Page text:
Reply Score: 2

I agree with two posts here
by mario on Wed 15th Feb 2006 23:20 UTC
mario
Member since:
2005-07-06

I've worked a lot with both HP-UX and Solaris. I agree that they both have interesting features, and if the best of both could be merged, it would certainly be a fantastic thing. HP-UX has a few truly pleasant and powerful features (the HP-SD to name one). But given the choice between HP.UX and Solaris, I'd go Solaris any day.

This is where I agree with that other post: HP-UX really does look dated compared to Solaris 10. With a fantastic (probably the best server) kernel, a faster new TCP/IP stack rewritten from scratch, ZONES, DTrace etc. (and let's not forget Solaris Volume Manager that comes free with Solaris, and is pretty powerful) etc., Solaris is HP-UXs daddy.

P.S. Yes, I know HP-UX has LVM, but LVM costs lotsa money for even RAID 0 (not to speak of all other features), while SVM is completely free, and in some respects is more advanced than LVM.

Edited 2006-02-15 23:23

Reply Score: 3

Wake up and smell the coffee Sun.
by SEJeff on Thu 16th Feb 2006 01:24 UTC
SEJeff
Member since:
2005-11-05

Sun is trying to woo HP away from HP-UX and move to Solaris. Seriously people, this is like Nike telling Reebok to drop their branding and switch to Nike, it just won't happen.

HP-UX is a really solid environment and the HP Performance monitoring tools (Perfview, GlancePlus) kick the crap out of anything Solaris has. I know, DTRace is really cool, but do I want to essentially learn a new programming language (DTrace) just to write DTrace scripts? Not really.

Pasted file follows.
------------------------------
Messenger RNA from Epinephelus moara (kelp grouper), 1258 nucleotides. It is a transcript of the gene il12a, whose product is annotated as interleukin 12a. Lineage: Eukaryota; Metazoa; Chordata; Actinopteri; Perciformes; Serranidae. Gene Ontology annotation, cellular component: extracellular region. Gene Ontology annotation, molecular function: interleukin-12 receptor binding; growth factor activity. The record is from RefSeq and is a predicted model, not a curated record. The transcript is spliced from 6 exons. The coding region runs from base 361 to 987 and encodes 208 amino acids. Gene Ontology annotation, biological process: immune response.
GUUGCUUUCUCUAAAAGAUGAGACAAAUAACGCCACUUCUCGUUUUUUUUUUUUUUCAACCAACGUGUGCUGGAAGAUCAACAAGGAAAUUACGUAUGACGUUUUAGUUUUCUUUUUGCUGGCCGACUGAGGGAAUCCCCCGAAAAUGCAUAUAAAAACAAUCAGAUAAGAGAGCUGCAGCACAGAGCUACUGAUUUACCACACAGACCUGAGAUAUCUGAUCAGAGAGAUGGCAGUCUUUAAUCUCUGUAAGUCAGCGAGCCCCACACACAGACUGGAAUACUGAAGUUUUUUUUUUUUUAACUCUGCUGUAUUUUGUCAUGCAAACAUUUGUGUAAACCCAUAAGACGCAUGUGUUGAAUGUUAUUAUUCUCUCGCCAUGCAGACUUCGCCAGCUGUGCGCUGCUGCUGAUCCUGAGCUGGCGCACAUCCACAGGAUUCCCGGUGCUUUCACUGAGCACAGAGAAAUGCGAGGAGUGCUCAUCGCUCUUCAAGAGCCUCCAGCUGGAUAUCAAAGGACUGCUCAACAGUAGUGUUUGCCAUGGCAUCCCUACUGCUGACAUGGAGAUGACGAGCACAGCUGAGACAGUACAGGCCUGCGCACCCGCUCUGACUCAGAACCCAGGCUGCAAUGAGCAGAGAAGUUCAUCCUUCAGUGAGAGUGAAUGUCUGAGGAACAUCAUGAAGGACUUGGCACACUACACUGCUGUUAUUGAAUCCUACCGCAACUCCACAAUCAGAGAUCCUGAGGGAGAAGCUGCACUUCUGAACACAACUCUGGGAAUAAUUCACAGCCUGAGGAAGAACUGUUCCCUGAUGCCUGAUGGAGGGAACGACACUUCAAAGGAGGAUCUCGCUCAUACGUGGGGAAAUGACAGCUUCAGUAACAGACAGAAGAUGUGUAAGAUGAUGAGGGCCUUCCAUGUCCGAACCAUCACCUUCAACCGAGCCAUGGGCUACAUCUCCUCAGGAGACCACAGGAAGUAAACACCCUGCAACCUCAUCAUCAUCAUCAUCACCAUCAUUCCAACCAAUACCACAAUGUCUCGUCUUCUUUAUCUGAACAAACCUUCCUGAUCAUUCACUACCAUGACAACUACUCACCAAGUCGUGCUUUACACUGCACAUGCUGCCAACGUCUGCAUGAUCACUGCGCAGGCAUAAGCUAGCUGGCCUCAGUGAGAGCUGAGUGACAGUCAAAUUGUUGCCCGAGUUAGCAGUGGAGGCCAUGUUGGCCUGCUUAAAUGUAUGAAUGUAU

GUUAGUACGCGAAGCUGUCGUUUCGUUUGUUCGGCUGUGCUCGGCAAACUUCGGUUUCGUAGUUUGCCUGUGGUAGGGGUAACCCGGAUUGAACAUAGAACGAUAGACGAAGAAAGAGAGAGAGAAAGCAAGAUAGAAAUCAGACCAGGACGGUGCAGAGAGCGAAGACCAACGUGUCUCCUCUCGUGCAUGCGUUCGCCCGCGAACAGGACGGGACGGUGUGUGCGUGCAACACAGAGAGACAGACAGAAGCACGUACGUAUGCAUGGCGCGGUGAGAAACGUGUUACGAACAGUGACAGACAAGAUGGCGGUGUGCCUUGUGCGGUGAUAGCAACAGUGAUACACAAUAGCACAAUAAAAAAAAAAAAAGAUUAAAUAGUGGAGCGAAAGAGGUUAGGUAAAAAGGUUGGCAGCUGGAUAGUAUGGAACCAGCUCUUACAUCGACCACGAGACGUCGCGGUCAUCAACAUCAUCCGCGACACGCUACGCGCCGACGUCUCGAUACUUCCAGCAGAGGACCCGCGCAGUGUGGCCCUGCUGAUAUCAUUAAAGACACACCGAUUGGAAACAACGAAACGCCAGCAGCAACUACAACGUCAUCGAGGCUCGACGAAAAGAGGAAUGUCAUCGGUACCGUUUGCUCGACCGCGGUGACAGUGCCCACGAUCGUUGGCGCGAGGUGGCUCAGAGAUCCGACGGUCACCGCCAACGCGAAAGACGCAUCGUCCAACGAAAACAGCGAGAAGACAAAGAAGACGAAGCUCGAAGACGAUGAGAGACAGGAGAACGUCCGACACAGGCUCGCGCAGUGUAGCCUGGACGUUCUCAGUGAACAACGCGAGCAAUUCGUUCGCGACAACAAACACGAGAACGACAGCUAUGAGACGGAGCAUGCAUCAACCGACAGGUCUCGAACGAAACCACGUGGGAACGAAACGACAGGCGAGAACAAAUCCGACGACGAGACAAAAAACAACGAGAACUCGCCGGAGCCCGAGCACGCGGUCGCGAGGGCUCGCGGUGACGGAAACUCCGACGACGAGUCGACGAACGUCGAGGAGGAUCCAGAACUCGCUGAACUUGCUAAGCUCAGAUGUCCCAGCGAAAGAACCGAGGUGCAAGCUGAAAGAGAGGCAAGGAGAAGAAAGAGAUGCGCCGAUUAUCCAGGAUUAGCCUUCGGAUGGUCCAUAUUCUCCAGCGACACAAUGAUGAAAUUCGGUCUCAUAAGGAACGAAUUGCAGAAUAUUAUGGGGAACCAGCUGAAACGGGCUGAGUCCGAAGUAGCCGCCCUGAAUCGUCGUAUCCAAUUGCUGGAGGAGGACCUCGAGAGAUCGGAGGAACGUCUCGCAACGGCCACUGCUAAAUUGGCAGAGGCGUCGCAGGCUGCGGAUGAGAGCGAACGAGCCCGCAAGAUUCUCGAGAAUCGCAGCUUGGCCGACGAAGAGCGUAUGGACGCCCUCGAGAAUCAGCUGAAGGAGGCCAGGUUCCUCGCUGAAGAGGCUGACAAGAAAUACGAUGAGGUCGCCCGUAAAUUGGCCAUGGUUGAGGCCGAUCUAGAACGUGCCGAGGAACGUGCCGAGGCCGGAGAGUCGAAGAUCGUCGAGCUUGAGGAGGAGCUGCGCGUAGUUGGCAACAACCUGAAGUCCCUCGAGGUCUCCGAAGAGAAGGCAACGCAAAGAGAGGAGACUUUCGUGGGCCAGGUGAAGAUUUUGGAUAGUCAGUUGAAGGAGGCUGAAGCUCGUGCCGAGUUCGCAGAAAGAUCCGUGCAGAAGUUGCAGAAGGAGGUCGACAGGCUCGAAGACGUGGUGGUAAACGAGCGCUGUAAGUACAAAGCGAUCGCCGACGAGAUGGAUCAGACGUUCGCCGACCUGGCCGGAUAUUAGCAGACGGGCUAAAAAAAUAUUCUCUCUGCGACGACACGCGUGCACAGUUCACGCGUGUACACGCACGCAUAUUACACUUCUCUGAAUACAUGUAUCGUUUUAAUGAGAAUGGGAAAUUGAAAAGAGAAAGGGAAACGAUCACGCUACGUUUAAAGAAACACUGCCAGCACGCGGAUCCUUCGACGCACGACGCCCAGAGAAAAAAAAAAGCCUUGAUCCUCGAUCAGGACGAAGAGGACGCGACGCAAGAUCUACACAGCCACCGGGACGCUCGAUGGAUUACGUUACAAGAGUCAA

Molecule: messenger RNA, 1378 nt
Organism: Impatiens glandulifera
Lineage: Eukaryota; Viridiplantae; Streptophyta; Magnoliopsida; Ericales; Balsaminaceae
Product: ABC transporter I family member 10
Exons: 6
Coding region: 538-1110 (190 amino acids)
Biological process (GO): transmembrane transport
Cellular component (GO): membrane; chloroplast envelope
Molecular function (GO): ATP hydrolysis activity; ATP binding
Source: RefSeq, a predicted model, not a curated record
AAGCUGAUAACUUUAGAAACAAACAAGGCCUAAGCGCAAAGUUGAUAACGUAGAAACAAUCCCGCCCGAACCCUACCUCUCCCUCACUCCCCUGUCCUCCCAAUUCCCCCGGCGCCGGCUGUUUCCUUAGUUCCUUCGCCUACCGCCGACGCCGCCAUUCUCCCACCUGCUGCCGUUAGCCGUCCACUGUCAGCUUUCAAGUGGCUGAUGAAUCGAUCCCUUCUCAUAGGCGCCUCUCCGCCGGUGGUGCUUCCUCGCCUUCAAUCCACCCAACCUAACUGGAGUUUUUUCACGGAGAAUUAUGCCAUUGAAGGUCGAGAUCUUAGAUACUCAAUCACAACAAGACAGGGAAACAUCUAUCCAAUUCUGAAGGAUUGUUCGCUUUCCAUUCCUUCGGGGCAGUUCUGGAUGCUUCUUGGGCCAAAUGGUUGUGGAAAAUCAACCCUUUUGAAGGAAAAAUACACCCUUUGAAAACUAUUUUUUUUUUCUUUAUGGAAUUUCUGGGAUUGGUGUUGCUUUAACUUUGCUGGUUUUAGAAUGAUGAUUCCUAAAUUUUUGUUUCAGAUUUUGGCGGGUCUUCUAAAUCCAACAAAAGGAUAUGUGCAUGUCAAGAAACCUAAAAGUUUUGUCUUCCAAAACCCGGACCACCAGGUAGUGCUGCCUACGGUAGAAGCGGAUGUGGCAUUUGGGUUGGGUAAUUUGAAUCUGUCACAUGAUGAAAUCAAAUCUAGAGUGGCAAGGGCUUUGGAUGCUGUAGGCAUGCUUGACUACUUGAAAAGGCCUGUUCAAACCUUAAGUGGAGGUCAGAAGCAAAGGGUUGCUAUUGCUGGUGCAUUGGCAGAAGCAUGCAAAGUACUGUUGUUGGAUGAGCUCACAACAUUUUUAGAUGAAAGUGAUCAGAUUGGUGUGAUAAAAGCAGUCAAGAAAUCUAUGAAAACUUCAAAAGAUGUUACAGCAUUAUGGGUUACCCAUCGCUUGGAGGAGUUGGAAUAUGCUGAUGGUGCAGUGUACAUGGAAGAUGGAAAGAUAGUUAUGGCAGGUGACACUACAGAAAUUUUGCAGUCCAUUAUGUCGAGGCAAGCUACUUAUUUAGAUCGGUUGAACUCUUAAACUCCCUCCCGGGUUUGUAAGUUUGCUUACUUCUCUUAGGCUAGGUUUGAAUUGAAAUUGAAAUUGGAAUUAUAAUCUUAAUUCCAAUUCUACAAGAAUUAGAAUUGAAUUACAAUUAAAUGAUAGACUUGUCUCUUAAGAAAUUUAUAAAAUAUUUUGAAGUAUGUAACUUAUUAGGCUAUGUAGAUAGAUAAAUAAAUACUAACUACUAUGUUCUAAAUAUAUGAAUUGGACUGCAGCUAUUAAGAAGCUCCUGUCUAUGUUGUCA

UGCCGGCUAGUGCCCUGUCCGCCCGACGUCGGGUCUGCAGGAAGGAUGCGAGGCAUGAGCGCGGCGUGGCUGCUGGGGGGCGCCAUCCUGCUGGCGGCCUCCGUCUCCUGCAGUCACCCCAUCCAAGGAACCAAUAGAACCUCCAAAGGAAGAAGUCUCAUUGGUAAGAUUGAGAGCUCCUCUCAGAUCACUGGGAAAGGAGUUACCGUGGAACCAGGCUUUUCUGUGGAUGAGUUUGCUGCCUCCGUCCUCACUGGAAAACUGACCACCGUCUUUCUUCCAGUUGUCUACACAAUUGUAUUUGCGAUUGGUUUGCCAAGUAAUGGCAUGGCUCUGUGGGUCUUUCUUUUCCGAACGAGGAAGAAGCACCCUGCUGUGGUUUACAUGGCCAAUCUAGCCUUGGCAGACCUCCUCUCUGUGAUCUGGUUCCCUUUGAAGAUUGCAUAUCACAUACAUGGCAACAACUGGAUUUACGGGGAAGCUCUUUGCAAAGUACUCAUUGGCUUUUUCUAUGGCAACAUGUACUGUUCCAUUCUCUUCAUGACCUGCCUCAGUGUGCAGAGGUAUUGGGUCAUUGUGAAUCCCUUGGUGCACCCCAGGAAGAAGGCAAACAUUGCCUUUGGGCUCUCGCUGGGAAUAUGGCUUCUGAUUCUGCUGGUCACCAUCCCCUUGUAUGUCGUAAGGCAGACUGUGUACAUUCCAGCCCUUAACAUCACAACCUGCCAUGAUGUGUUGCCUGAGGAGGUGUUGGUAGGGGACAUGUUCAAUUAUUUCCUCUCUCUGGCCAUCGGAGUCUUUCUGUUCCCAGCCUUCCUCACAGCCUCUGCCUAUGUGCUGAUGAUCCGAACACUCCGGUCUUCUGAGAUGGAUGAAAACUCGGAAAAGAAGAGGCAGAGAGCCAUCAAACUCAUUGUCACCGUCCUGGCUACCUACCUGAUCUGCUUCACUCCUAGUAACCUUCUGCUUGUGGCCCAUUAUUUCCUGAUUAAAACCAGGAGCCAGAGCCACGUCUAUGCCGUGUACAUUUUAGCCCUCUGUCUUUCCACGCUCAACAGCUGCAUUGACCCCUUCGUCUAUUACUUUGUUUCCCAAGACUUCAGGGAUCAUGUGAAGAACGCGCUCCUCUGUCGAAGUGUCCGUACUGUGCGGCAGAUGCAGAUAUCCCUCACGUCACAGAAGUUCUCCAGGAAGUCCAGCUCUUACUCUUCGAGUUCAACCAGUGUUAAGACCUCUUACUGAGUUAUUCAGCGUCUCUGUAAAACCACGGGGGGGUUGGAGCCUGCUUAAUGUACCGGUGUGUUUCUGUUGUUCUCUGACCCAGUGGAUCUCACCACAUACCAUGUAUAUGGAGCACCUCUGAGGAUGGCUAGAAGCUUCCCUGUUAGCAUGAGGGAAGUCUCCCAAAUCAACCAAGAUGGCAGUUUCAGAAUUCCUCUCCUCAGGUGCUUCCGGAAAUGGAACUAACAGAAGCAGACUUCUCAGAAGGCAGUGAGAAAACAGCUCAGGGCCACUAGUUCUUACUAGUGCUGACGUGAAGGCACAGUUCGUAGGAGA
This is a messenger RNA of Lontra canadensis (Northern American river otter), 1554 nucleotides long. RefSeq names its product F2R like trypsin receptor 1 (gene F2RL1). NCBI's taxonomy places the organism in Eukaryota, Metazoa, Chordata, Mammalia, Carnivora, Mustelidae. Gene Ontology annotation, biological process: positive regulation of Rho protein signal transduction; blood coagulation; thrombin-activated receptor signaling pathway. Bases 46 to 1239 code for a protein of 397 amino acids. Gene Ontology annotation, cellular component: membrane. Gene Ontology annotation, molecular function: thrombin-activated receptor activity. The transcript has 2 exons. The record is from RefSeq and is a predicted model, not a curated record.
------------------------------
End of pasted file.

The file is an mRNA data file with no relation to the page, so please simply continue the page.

This is ridiculous that Sun would do something like this

Reply Score: 1

kaiwai Member since:
2005-07-06

1) Babe, look how long it took for HP-UX to become 64bit; couple that with the cut-cut-cut when it comes to spending on HP technologies, more specifically HP-UX; HP-UX is falling further and further behind the eighth ball.

2) Stop spreading lies - you don't need to write anything in D if you don't want to - want a specific tool, download a pre-written script and use that; the D language is *ONLY* there if you need to *EXPLICITLY* want something that is so far out of the normal requirements, you have to actually specify exactly what you want.

3) People boo-hoo'ed the idea that HP might end up supporting Solaris on their x86 machines, and guess what, they now do that - same goes for IBM.

The code for Itanium support is already THERE at SUN, along with the support for Itanium in the SUN compilers (when SUN was porting Solaris to Itanium) - nothing stopping HP from embracing OpenSolaris, porting it to Itanium and rebranding it as HP-UX 12, and selling support and middleware ontop of it.

They would have a unique branded product based on the collective pool of resources that come with using OpenSolaris - personally, one would be MAD to continue to flog the dead horse that is HP-UX when a superior product like Solaris is sitting out there that can be embraced, changed and re-branded as an HP product.

Reply Score: 1

Haicube
Member since:
2005-08-06

Let's see if I get this straight.

Sun has cleared up it's act and is finally looking promising again thanks to it's Unix efforts.

SGI is down the drain, thanks to Linux.
Novell shows red numbers and is no doubt going down the drain, thanks to Linux.
Palm is about to join the 2 above with the same problem

And now HP suddenly makes this brilliant move? What is it I'm missing? What's next? Microsoft aiming for the drain?

This is simply amazing... and people complained about Enron

Reply Score: 2

abraxas Member since:
2005-07-07

SGI is down the drain, thanks to Linux.

What a load of BS. I would love to see how you came to that conclusion and how you didn't even account for their complete change of clients and architecture. Switching to Linux was the least of the changes that went on at SGI. IRIX wouldn't have survived their switch to super computers anyway.

Novell shows red numbers and is no doubt going down the drain, thanks to Linux.

That's funny because as I remember it Novell wasn't doing so hot before they acquired SuSE and Ximian. It hasn't been a very long time since that happened. Change doesn't happen over night and with the looks of NLD 10 Novell finally has something to offer on the desktop that people will want.

Reply Score: 1